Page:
Keeping track of what she cans and freezes in the fall helps with monthly meal planning, too. She keeps a handy binder full of the meals her family loves that incorporates produce grown in their garden. This binder also helps her know what produce to plant the following spring and in what quantities.

"I add to it throughout the year with ideas and plans. It's very possible to plant and harvest all of the produce that you need for the year, just as long as you're willing to put in the time and effort," she said. "Our grandparents did it. We can, too. We're hobby farmers living on Paul's family Century Farm."

"We no longer farm as his parents and grandparents do," Bloomquist added. "However, that spirit is still alive and well in both of us. We raise our own hogs so we always have a freezer full of ham, pork chops and bacon. We also raise our own chickens, so we have eggs on hand at all times and then we slaughter them."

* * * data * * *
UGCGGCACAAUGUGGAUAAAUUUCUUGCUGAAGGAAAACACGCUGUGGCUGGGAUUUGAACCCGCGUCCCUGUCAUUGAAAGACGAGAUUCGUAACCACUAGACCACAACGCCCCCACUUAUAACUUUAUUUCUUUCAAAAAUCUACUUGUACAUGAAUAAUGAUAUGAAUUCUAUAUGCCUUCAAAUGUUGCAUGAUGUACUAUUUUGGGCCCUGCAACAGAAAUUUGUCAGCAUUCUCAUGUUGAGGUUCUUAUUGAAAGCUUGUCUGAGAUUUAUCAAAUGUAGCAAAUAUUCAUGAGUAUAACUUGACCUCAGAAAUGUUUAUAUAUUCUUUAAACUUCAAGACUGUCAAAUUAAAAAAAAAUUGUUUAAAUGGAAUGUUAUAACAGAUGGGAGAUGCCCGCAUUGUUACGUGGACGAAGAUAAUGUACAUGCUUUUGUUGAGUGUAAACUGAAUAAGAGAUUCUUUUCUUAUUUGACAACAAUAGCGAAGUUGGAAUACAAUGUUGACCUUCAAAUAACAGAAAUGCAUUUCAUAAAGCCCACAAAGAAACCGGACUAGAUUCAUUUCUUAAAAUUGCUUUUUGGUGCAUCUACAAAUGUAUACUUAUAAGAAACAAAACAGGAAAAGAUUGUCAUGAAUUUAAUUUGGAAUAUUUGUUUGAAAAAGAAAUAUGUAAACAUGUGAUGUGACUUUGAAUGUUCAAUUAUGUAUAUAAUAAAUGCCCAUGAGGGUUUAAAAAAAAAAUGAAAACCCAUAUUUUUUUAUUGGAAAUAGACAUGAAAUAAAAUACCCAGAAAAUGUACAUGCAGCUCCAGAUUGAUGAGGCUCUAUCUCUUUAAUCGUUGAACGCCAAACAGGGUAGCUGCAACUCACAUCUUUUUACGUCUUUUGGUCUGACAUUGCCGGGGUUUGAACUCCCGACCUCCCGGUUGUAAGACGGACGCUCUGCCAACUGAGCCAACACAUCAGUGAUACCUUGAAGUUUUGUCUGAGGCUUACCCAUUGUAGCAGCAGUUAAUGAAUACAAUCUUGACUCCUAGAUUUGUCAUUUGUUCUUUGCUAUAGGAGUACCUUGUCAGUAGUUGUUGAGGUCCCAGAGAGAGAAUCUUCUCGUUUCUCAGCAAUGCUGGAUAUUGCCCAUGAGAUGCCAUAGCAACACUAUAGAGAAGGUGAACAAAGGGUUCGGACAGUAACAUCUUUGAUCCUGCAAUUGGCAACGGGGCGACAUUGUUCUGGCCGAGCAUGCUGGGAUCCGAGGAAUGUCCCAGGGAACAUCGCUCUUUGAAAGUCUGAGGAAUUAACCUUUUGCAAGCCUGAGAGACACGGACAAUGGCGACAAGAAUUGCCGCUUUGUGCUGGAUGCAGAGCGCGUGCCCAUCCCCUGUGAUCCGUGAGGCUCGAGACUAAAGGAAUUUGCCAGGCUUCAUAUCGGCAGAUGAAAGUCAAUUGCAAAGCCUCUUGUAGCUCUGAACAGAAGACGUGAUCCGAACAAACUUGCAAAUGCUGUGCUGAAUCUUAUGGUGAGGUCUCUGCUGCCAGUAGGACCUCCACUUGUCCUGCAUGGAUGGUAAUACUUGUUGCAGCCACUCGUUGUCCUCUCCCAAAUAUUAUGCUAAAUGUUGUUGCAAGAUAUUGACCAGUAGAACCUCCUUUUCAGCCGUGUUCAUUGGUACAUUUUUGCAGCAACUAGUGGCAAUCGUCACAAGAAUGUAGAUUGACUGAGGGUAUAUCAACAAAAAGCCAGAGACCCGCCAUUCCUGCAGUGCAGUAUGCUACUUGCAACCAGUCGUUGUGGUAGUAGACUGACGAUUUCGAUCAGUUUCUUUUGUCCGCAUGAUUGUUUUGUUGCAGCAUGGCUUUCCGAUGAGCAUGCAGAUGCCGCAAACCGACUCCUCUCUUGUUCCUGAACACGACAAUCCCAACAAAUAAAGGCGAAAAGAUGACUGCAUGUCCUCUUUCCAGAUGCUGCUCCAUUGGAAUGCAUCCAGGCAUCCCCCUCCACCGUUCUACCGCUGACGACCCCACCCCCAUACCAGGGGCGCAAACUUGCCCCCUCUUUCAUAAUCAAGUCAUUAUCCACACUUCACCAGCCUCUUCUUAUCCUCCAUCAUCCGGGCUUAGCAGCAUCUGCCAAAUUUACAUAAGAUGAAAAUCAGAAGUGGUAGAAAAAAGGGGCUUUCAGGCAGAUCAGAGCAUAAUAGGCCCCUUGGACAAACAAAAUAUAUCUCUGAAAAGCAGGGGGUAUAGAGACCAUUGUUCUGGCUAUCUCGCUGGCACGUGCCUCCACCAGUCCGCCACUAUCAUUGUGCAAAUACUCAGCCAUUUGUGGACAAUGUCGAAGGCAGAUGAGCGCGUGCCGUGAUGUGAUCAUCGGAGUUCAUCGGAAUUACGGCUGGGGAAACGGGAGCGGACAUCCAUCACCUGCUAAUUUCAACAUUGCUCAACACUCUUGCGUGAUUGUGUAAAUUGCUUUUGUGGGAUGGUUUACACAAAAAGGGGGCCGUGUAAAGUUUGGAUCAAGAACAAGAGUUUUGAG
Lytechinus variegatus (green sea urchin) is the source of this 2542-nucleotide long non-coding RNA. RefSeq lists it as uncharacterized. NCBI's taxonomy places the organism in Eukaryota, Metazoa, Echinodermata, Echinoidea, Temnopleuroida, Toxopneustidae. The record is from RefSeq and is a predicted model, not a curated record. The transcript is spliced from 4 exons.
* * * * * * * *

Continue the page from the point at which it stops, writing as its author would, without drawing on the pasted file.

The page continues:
Having not just produce but livestock at their fingertips for this family is incredibly helpful. For example, when fixing scrambled eggs for the family, Bloomquist will blow through two dozen eggs for that one meal. Even more impressive is that her children love to be a part of everything the family does on the farm and in the kitchen.

"I think far too often people tend to look at gardening or farming as work. The word 'work' has become a naughty four letter word for some," Bloomquist said. "But we really try to instill in our kids that work can be fun if you make it fun and if you have the right attitude about it. Gardening - I already know the produce that I need for next year but we still sit down with the kids and let them have a say on what they would like to have included."